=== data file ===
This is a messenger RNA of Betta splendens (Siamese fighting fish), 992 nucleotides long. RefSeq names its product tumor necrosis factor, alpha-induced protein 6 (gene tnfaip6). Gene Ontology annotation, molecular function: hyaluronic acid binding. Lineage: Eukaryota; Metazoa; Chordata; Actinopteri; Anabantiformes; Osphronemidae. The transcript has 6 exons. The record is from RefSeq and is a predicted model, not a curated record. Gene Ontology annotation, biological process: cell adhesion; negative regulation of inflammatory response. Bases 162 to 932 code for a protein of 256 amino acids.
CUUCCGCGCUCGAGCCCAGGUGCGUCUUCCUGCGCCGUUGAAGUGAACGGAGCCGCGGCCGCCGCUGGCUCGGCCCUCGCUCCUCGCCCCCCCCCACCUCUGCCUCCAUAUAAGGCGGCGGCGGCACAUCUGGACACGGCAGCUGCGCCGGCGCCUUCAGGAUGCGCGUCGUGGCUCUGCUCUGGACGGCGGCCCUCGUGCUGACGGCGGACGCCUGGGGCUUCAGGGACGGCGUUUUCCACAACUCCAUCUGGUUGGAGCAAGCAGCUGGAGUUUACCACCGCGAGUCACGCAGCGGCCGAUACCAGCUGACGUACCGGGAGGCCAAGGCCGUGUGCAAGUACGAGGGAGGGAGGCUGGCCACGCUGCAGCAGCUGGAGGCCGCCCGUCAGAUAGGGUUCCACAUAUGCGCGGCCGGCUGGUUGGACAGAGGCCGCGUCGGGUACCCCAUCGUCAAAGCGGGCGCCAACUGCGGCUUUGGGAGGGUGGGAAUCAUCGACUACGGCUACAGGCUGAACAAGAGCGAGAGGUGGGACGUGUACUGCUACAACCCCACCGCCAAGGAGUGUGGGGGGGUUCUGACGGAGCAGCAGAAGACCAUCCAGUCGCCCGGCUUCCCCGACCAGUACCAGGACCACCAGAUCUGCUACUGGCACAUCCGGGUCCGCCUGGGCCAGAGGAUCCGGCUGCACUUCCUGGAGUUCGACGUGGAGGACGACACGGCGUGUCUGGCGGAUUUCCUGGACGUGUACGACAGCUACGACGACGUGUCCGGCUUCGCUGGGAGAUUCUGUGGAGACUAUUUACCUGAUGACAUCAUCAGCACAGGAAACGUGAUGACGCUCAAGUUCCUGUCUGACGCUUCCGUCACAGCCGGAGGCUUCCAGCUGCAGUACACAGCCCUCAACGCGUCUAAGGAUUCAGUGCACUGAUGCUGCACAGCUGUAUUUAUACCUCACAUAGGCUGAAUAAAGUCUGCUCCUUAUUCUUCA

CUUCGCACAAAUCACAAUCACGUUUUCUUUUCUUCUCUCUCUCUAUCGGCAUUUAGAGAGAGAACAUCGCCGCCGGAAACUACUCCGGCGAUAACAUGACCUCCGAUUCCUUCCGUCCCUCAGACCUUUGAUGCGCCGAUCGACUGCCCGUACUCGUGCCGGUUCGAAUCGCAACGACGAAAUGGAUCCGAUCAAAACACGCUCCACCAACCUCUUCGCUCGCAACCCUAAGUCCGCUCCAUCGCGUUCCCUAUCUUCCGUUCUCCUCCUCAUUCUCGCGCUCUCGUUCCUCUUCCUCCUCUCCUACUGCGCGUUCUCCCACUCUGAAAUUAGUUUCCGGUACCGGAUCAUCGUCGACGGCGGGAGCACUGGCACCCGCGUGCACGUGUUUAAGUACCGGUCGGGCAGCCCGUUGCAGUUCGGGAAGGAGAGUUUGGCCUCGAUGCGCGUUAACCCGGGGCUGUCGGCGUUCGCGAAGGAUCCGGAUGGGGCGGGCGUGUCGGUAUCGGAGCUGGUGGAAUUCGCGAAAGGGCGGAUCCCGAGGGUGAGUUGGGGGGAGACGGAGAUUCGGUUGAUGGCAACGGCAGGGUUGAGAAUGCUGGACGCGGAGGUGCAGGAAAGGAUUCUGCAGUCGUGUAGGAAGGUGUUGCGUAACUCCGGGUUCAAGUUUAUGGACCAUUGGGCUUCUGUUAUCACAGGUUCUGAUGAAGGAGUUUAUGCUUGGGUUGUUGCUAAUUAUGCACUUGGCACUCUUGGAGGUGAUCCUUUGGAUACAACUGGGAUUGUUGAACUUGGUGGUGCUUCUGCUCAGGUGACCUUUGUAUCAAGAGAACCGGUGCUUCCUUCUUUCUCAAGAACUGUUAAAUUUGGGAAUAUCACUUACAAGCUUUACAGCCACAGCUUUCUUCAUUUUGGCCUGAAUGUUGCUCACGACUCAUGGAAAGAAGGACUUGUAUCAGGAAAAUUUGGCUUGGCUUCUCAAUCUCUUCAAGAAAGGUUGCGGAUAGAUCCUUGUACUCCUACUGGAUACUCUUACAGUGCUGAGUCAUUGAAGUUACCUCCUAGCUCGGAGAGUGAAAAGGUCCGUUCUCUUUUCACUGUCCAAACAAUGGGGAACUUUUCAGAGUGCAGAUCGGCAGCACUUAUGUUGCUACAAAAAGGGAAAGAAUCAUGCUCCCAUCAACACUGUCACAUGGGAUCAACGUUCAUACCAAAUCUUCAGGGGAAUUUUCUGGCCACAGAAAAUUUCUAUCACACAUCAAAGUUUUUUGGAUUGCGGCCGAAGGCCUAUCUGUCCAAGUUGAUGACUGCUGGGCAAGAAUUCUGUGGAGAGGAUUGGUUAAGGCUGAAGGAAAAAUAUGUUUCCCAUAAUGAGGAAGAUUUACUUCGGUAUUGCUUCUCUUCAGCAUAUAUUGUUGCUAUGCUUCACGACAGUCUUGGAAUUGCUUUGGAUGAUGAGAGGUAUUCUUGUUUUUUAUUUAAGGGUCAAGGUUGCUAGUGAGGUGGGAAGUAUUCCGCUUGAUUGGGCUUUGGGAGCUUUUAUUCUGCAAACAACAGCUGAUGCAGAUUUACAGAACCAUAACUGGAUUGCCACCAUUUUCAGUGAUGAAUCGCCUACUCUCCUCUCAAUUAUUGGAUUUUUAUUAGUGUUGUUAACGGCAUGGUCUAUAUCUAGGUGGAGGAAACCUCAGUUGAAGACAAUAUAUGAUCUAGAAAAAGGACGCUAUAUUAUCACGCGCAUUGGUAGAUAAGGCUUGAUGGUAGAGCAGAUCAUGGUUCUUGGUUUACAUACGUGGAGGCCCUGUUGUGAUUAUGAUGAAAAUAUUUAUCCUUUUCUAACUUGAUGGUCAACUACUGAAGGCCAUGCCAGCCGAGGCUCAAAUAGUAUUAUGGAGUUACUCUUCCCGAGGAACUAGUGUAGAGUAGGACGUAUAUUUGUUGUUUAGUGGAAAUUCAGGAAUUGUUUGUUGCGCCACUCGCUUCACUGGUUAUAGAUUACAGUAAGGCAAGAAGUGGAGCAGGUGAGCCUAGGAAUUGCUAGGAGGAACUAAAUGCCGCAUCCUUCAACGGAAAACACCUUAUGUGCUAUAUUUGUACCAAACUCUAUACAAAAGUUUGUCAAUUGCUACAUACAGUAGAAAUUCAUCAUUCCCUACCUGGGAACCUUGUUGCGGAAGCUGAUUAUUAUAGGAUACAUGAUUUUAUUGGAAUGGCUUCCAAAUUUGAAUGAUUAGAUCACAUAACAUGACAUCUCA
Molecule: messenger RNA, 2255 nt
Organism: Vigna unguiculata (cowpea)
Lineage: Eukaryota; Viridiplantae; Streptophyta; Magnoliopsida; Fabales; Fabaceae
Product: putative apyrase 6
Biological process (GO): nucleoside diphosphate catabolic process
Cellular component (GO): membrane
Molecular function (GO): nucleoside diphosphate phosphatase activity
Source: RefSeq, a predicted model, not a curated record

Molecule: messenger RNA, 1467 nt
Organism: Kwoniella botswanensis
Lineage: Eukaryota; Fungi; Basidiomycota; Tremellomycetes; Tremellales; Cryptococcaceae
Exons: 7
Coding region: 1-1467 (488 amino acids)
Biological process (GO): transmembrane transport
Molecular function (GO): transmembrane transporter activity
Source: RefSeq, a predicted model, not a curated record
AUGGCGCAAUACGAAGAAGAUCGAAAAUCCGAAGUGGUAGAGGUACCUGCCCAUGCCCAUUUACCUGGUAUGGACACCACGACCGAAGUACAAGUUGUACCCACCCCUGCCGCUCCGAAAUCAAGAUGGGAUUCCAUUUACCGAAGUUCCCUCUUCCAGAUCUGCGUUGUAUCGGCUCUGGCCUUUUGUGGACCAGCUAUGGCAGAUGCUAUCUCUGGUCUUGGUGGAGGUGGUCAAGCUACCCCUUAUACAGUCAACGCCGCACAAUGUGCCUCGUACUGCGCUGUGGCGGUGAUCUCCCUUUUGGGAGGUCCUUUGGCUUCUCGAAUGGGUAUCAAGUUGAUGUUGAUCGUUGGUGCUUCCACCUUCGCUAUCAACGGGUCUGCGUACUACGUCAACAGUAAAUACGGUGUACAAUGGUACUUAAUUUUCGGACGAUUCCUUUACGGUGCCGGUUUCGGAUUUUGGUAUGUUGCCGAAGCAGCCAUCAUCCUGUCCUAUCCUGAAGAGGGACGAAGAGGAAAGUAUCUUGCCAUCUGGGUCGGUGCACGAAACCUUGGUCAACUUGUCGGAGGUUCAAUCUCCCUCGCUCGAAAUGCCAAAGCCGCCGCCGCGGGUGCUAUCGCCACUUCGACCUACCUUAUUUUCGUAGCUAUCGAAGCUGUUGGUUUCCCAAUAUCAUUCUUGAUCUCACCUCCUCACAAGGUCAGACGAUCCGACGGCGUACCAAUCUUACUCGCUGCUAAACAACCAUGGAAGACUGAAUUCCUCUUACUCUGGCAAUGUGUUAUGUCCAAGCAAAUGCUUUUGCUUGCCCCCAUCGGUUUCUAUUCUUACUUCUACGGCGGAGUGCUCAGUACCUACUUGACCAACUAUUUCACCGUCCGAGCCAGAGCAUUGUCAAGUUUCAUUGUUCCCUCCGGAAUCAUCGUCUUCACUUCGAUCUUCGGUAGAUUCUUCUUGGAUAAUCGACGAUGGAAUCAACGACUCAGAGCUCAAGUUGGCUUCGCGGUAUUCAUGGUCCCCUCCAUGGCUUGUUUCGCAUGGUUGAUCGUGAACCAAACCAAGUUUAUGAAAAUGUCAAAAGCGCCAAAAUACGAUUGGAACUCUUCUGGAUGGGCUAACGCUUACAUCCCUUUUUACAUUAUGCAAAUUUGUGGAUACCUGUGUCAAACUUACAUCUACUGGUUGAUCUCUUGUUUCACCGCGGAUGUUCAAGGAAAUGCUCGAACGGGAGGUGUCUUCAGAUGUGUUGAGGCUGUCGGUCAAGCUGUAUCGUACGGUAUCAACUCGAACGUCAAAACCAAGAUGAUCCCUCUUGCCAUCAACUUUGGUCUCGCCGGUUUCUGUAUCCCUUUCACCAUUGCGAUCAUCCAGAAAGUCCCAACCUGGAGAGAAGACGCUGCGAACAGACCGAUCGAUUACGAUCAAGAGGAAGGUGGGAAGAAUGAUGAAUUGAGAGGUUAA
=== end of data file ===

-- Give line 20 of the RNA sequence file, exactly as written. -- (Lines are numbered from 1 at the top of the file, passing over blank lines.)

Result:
AUGGCGCAAUACGAAGAAGAUCGAAAAUCCGAAGUGGUAGAGGUACCUGCCCAUGCCCAUUUACCUGGUAUGGACACCACGACCGAAGUACAAGUUGUACCCACCCCUGCCGCUCCGAAAUCAAGAUGGGAUUCCAUUUACCGAAGUUCCCUCUUCCAGAUCUGCGUUGUAUCGGCUCUGGCCUUUUGUGGACCAGCUAUGGCAGAUGCUAUCUCUGGUCUUGGUGGAGGUGGUCAAGCUACCCCUUAUACAGUCAACGCCGCACAAUGUGCCUCGUACUGCGCUGUGGCGGUGAUCUCCCUUUUGGGAGGUCCUUUGGCUUCUCGAAUGGGUAUCAAGUUGAUGUUGAUCGUUGGUGCUUCCACCUUCGCUAUCAACGGGUCUGCGUACUACGUCAACAGUAAAUACGGUGUACAAUGGUACUUAAUUUUCGGACGAUUCCUUUACGGUGCCGGUUUCGGAUUUUGGUAUGUUGCCGAAGCAGCCAUCAUCCUGUCCUAUCCUGAAGAGGGACGAAGAGGAAAGUAUCUUGCCAUCUGGGUCGGUGCACGAAACCUUGGUCAACUUGUCGGAGGUUCAAUCUCCCUCGCUCGAAAUGCCAAAGCCGCCGCCGCGGGUGCUAUCGCCACUUCGACCUACCUUAUUUUCGUAGCUAUCGAAGCUGUUGGUUUCCCAAUAUCAUUCUUGAUCUCACCUCCUCACAAGGUCAGACGAUCCGACGGCGUACCAAUCUUACUCGCUGCUAAACAACCAUGGAAGACUGAAUUCCUCUUACUCUGGCAAUGUGUUAUGUCCAAGCAAAUGCUUUUGCUUGCCCCCAUCGGUUUCUAUUCUUACUUCUACGGCGGAGUGCUCAGUACCUACUUGACCAACUAUUUCACCGUCCGAGCCAGAGCAUUGUCAAGUUUCAUUGUUCCCUCCGGAAUCAUCGUCUUCACUUCGAUCUUCGGUAGAUUCUUCUUGGAUAAUCGACGAUGGAAUCAACGACUCAGAGCUCAAGUUGGCUUCGCGGUAUUCAUGGUCCCCUCCAUGGCUUGUUUCGCAUGGUUGAUCGUGAACCAAACCAAGUUUAUGAAAAUGUCAAAAGCGCCAAAAUACGAUUGGAACUCUUCUGGAUGGGCUAACGCUUACAUCCCUUUUUACAUUAUGCAAAUUUGUGGAUACCUGUGUCAAACUUACAUCUACUGGUUGAUCUCUUGUUUCACCGCGGAUGUUCAAGGAAAUGCUCGAACGGGAGGUGUCUUCAGAUGUGUUGAGGCUGUCGGUCAAGCUGUAUCGUACGGUAUCAACUCGAACGUCAAAACCAAGAUGAUCCCUCUUGCCAUCAACUUUGGUCUCGCCGGUUUCUGUAUCCCUUUCACCAUUGCGAUCAUCCAGAAAGUCCCAACCUGGAGAGAAGACGCUGCGAACAGACCGAUCGAUUACGAUCAAGAGGAAGGUGGGAAGAAUGAUGAAUUGAGAGGUUAA